Encounters with truth can be devastating. For Indian expat Prem Mishra, reality came in short, harsh bursts. First came the realisation that he was not being able to run about and play with his two-year-old son; his stamina was shot. Next, when he saw photos of himself from a few years ago and compared them to what he looked like, he felt his face turn red. “I was ashamed,” the 37-year-old business head of a UAE-based company told Gulf News in an interview.
It was June. International travel, something his job requires a lot of, had been stalled for a while owing to the COVID-19 situation. It gave him time and impetus to start on his fitness journey.
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Mishra, who describes himself as a foodie, thought long and hard about what to do. “For three-four days I did research on which diet I should follow. I didn’t go the gym because it wasn’t safe. Without doing workout, a diet would not help me. Then I decided I should do something that is difficult to do - that’s the only way to reduce weight.”
For the self-confessed samosa-addict who found it difficult to control portion sizes there seemed only one way – to fast, to literally stop eating.
But before following through on his tough plan, he consulted a dietician and doctor. [He stresses the need to speak to professionals before undertaking any drastic steps.] “I asked her [the doctor] about doing 36-hour fasting. She said, 'you can do this kind of diet but it should not be for a long duration; 2 or three months is the maximum',” he recalled. And so, deadline in mind, he began.
Mishra explained the no-food “diet plan”. He said: “For example, today I’ll finish my dinner before 8 o’clock. Next day, I’ll eat nothing. [Then], the following day I’ll have breakfast. So 36-hour gap, in that gap I’ll be having coffees and teas, without sugar, without milk.
“I’m supposed to consume certain amount of calories, that too I was trying to avoid or reduce it,” he added. What this translated into was instead of the 2,000 calories he was recommended on a non-fasting day, his consumption would be limited to 1,200-1,400 calories.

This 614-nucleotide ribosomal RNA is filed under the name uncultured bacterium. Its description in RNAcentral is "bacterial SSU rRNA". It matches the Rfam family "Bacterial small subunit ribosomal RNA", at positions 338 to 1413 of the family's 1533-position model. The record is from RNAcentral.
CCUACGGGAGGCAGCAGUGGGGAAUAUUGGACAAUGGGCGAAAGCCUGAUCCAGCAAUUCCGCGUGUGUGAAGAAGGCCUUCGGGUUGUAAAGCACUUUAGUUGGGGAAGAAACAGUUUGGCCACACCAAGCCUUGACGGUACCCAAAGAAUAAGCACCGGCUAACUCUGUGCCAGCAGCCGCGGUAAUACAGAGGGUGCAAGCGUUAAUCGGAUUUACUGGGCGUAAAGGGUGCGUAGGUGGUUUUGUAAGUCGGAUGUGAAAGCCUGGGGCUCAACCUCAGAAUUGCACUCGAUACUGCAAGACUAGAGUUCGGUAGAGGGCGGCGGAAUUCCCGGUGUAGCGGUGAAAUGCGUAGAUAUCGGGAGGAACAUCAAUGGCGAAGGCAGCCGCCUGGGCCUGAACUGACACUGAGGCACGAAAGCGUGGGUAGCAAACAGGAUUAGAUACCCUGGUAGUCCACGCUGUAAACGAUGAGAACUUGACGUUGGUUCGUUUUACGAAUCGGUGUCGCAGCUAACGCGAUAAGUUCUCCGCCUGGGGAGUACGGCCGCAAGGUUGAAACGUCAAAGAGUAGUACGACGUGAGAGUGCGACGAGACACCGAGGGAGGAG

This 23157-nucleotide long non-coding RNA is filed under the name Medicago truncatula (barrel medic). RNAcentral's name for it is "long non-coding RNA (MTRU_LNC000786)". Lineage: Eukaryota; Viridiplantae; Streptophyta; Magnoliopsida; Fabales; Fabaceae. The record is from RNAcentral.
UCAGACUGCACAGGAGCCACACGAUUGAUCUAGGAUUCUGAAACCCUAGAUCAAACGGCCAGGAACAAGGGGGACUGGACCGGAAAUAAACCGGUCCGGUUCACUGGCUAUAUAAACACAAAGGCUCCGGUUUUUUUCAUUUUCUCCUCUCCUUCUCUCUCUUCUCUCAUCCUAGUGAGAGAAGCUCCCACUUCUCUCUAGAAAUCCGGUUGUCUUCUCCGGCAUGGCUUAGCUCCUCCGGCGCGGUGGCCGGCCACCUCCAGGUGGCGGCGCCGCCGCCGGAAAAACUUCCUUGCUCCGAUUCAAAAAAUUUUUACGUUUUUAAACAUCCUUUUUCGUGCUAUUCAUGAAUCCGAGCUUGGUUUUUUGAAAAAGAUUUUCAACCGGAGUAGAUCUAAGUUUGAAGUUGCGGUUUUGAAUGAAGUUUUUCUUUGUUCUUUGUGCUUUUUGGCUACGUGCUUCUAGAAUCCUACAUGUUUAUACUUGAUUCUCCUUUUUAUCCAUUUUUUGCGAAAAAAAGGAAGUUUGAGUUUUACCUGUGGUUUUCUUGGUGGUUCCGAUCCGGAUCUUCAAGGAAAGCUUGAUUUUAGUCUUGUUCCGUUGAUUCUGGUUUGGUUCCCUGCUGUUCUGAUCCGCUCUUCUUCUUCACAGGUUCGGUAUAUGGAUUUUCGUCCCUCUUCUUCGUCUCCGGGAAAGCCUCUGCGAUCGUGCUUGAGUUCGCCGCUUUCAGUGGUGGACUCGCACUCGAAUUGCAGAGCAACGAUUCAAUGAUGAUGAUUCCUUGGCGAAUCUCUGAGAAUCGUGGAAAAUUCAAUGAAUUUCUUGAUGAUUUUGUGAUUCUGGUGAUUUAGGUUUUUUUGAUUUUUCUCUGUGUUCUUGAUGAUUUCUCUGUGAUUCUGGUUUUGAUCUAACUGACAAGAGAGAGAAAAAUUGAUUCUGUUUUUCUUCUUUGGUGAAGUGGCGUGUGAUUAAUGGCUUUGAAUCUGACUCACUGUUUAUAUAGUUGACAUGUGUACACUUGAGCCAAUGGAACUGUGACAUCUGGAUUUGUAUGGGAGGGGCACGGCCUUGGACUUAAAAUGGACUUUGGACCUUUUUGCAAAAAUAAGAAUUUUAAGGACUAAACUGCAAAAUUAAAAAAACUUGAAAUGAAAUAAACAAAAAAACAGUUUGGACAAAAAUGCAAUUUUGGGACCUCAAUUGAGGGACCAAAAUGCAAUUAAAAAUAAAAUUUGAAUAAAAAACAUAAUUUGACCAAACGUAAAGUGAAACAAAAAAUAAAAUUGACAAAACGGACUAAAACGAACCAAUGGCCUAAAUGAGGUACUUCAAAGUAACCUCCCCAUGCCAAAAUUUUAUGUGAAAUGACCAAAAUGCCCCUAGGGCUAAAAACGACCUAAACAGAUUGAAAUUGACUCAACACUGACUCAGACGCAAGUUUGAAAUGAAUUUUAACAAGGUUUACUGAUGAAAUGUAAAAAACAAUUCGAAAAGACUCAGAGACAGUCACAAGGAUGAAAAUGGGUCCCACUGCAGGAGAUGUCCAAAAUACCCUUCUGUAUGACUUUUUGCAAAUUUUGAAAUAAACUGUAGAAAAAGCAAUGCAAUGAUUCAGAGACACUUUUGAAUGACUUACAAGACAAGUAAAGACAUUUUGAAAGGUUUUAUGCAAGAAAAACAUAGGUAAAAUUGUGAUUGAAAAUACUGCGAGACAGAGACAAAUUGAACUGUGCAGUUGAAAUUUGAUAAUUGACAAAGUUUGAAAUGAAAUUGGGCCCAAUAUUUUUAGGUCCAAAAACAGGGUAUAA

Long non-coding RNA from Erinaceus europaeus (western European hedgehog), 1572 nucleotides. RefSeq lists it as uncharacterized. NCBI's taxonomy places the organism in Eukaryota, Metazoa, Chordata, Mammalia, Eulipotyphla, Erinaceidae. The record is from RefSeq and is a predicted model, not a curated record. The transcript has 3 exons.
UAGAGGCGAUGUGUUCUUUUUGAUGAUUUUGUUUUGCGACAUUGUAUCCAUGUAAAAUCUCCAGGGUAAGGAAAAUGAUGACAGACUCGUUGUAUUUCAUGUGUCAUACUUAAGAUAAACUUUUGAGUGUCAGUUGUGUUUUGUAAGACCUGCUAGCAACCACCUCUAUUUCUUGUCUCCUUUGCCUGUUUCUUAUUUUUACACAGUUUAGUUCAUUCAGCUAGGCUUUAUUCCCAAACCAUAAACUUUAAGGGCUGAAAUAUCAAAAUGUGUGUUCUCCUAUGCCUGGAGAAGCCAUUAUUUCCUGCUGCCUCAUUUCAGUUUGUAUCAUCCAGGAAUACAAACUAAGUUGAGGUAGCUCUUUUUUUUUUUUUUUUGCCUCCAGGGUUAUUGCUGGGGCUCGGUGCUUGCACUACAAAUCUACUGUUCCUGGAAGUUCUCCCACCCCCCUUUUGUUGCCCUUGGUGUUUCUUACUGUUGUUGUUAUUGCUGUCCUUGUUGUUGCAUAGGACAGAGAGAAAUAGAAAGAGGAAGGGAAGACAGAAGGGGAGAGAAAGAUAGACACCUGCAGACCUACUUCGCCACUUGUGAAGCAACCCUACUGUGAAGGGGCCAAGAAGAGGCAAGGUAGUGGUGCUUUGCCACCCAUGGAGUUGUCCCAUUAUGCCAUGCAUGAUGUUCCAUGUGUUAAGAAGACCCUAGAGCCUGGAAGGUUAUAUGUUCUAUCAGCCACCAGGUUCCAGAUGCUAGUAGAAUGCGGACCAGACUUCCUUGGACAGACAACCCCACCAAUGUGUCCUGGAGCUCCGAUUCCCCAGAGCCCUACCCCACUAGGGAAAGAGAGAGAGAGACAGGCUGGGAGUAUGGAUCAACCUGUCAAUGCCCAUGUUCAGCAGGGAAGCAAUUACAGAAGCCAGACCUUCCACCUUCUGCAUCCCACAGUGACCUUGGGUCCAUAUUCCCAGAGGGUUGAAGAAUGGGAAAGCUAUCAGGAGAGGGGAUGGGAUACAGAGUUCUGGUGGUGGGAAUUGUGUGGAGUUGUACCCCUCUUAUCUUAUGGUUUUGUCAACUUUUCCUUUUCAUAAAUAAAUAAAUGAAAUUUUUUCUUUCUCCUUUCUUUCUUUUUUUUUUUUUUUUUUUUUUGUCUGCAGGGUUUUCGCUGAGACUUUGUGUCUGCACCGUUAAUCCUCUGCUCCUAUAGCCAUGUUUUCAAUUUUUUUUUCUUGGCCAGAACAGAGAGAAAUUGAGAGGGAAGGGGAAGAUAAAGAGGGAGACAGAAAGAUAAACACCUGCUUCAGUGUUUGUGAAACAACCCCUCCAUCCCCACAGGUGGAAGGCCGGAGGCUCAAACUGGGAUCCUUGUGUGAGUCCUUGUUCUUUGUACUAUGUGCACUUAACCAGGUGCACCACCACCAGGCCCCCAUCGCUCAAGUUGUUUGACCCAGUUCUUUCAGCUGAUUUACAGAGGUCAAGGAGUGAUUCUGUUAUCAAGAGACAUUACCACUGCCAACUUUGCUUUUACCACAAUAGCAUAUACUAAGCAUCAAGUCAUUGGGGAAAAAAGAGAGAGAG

During his 36-hour fast, Mishra was advised to eat 500 calories, whether through a small meal or soup or salad. He cut this down to about 200 calories. “I was eating 100-200 calories in the form of 1-2 idlis (steamed rice cake), or besan chilla (gram flour pancake), or uttapam (pancake made with fermented rice), oats, low in carbs but filling and gives you good amount of energy [after 24 hours of complete fasting]. I was just calculating and keeping an eye on the calories I was eating,” he recalls.
The next morning, he would eat a heavy, but low on carb meal for breakfast.
This wasn’t easy – not by a long shot. “[In the first week [I had] mood swings, headaches, irritation. But then I was trying to control myself…because any food smell, any one eating anything in my office – I felt like slapping them. It was difficult to control that [urge to lash out], to be honest,” he said.
But as his energy levels began to rise and his annoyance to ebb, he began to see positive changes. “I could run around with my son and play with him,” he explained. And this was enough to keep him motivated.
For the first month Mishra did this version of a 36-hour fast. The next month he did 36-hour fasts twice a week. And then, in the third month he did 24-hour fasts 3 times in a week. Now, he’s on 24-hour fasts twice in a week. He does admit that he's still a foodie; his is a five-day fast week. Weekends, says Mishra, he eats what he wants, when he wants it.
These diet curbs alongside a 6-day exercise regimen that includes walking and yoga have left him 16kg lighter in about 100 days. “Early morning, I wake up at 5.30. [By] 5.45-6pm I’m on the street. I walk around Karama for about 50 mins,” he explained. Once home he does some yoga and stretches. “That’s it,” he said. He reiterated that without exercise, a diet cannot help.
Today, he's about 5kg away from his goal weight.
“My goal is to be 78-79. And maintain it,” he said.
It may have been a tough walk down the fitness path but it’s a journey Mishra now cherishes. Even though the shock that led him to better health was harsh, it’s still a fact – it’s always truth that will set you free.